In 2017, the “Soy Boy” meme went viral. The Soy Boy was a feminine and physically weak man, with the idea taken from the belief that products containing soy increased estrogen levels and, so, made men more effeminate. In that left-wing males were clearly more likely to virtue-signal with their food via being vegetarian and even vegan, “Soy Boy” soon became a term that was deployed against left-wing men [‘Soy boys’ is the far-right’s newest favorite insult, by Jay Hathaway, Daily Dot, October 27, 2017].
Well, now we have proof in a yet-to-be published psychological study that leftist men are insecure about their masculinity, and, when challenged about it, they channel that insecurity into support for politically aggressive public policies.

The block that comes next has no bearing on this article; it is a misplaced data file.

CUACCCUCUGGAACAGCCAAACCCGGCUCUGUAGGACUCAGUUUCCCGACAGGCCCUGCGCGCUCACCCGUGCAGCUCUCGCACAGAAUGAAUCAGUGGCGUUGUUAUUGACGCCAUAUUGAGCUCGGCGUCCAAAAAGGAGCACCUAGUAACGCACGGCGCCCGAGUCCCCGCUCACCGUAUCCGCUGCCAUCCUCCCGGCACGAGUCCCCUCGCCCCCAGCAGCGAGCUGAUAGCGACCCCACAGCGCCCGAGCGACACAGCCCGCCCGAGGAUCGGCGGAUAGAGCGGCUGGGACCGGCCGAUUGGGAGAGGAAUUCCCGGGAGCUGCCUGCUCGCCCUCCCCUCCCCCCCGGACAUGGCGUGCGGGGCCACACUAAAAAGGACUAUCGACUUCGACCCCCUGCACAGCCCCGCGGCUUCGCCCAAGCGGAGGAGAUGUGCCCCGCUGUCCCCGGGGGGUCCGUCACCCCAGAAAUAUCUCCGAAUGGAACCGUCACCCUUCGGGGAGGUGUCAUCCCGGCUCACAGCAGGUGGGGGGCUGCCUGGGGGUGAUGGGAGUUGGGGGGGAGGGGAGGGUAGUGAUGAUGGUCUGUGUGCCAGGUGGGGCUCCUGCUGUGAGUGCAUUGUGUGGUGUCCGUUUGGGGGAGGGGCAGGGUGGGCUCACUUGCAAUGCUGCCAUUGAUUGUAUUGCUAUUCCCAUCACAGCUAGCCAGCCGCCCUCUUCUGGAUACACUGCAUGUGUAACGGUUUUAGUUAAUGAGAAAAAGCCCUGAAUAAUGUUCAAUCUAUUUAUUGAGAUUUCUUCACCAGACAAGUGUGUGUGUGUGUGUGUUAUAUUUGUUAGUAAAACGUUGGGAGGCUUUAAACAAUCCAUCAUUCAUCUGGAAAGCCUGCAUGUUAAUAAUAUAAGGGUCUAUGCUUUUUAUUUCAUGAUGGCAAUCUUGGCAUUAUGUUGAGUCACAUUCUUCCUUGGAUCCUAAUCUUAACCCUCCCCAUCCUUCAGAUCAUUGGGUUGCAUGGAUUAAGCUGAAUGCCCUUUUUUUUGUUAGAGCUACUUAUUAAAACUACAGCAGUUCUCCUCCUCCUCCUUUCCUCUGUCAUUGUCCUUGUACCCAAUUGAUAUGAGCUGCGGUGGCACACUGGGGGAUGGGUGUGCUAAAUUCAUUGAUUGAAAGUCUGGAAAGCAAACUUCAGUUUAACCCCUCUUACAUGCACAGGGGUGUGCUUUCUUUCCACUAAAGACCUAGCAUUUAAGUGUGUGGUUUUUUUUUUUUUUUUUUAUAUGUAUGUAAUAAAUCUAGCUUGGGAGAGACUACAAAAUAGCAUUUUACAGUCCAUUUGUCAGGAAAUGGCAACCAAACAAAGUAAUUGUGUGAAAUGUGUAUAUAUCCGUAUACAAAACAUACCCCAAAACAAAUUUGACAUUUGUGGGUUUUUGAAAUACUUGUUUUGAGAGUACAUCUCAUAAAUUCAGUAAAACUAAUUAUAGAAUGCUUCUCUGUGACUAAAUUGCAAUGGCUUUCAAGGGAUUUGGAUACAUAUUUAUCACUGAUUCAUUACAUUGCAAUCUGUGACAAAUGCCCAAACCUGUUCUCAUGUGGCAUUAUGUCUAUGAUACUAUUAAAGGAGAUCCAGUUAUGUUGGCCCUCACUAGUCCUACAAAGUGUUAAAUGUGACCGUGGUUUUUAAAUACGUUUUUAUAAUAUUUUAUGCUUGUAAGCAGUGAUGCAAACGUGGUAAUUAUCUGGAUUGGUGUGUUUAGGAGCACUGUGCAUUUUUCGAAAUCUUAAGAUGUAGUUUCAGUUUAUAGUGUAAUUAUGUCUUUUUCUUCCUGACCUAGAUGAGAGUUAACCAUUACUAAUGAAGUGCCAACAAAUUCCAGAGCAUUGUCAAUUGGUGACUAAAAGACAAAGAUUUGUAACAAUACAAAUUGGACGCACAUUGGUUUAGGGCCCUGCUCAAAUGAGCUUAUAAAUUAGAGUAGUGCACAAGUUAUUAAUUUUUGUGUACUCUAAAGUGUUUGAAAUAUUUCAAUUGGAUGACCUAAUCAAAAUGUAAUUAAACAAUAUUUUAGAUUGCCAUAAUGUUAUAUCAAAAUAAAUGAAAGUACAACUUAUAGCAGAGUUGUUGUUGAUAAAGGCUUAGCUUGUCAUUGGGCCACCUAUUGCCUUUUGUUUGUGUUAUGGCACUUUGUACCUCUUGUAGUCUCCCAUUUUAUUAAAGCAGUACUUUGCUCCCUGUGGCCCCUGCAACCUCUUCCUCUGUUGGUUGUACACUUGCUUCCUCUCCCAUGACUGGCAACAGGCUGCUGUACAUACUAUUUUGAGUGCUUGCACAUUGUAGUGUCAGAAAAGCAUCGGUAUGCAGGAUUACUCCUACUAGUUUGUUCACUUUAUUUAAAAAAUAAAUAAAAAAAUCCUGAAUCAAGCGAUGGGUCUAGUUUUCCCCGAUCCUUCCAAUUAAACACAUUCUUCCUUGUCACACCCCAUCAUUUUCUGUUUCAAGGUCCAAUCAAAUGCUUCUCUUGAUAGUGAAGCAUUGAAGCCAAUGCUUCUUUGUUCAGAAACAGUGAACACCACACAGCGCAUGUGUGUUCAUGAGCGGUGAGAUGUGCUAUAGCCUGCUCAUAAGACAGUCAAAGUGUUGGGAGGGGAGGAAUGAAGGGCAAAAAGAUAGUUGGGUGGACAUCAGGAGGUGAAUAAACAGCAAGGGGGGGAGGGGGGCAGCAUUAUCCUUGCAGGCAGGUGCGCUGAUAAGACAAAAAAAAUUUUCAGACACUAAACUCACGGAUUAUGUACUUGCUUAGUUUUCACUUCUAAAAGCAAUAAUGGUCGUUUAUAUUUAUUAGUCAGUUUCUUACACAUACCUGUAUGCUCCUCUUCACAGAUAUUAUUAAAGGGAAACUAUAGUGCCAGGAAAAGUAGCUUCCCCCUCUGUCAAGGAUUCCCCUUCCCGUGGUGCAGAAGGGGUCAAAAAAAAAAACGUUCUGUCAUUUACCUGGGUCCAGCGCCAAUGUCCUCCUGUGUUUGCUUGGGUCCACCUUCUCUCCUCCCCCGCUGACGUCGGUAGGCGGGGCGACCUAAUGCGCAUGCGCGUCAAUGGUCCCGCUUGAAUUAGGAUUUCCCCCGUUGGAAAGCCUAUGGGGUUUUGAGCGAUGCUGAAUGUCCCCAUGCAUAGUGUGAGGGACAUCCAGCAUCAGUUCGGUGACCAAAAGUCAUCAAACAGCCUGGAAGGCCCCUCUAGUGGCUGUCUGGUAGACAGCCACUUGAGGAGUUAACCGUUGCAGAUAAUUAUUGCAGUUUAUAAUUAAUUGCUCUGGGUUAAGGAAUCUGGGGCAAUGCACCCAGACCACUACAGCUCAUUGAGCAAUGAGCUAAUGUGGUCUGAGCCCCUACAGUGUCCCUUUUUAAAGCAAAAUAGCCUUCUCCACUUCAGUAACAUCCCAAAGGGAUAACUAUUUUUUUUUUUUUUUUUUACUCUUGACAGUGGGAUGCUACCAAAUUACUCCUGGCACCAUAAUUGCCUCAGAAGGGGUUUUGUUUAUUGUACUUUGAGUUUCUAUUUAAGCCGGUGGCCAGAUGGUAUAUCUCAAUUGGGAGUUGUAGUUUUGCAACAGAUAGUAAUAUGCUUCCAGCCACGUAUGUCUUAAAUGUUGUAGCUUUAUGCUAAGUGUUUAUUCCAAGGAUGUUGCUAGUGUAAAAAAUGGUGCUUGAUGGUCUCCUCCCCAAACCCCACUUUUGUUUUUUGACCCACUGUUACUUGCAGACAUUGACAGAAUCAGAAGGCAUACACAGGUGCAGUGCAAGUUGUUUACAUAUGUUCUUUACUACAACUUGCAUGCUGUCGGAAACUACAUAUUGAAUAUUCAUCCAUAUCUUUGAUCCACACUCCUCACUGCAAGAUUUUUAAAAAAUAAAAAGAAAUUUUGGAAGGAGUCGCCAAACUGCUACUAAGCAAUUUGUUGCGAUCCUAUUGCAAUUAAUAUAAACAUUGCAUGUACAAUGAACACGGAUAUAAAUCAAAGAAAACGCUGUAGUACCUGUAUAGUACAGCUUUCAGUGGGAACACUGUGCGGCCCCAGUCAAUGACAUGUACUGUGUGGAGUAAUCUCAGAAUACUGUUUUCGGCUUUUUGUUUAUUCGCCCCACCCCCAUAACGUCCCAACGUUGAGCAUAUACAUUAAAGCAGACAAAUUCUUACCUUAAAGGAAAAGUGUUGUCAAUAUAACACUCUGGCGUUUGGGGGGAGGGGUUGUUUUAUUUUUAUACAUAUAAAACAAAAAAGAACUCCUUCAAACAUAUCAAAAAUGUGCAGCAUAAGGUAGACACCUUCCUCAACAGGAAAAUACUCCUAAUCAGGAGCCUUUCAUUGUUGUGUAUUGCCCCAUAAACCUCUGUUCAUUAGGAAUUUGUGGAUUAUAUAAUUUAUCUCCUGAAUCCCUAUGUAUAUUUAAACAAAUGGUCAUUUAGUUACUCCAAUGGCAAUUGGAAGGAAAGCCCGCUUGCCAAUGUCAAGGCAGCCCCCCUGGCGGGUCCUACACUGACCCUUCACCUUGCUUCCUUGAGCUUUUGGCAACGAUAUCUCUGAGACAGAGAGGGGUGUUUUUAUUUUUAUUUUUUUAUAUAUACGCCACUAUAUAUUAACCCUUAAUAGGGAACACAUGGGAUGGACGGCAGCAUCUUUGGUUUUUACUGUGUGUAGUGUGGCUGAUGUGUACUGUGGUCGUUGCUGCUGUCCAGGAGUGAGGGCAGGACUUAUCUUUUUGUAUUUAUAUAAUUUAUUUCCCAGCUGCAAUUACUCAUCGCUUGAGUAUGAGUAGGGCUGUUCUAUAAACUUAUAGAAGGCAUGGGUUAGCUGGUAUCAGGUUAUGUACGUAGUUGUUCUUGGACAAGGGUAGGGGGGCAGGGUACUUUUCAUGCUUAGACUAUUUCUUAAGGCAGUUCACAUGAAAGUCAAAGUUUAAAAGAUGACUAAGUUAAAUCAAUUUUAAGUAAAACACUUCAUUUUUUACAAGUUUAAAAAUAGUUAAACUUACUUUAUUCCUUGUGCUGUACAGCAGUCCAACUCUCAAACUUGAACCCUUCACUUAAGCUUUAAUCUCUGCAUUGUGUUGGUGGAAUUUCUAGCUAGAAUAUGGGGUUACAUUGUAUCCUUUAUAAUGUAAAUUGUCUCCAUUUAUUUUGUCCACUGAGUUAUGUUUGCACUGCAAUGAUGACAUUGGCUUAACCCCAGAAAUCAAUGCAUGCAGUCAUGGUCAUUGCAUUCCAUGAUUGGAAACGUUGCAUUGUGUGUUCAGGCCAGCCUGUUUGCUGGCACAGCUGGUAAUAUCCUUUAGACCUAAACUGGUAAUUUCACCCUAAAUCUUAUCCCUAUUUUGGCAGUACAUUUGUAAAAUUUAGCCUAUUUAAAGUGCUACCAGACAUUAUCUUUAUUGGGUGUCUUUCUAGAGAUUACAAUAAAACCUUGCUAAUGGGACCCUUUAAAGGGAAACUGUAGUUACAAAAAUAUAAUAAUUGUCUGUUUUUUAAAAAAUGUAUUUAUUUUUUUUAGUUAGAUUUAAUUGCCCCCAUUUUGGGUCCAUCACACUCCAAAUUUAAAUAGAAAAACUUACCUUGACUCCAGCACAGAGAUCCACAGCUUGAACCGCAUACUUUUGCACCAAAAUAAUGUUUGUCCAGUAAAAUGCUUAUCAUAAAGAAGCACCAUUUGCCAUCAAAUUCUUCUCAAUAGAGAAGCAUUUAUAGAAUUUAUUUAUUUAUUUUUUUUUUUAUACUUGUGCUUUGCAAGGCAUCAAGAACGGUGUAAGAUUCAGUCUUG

Before getting to that, it’s worth observing that leftists responded to the Soy Boy meme the way we would expect:
Here’s hoping “soy” will take the same path as “cuck,” become widely known, and will be used to take the piss by the very people labelled “soy boys” in the first place. Because really, who cares if you’re called “soy” if all it means is “not meeting guidelines of masculinity defined by alt-right trolls who appear to be terrified of all things feminine??
[What is a Soy Boy?, by Ellen Scott, The Metro, October 28, 2017]
As William Shakespeare would say, methinks the lady doth protest too much. It’s as if the Woke, on the rare occasions that they’re honest with themselves, know that Woke males are relatively feminine; as if Woke males are “insecure about their masculinity.”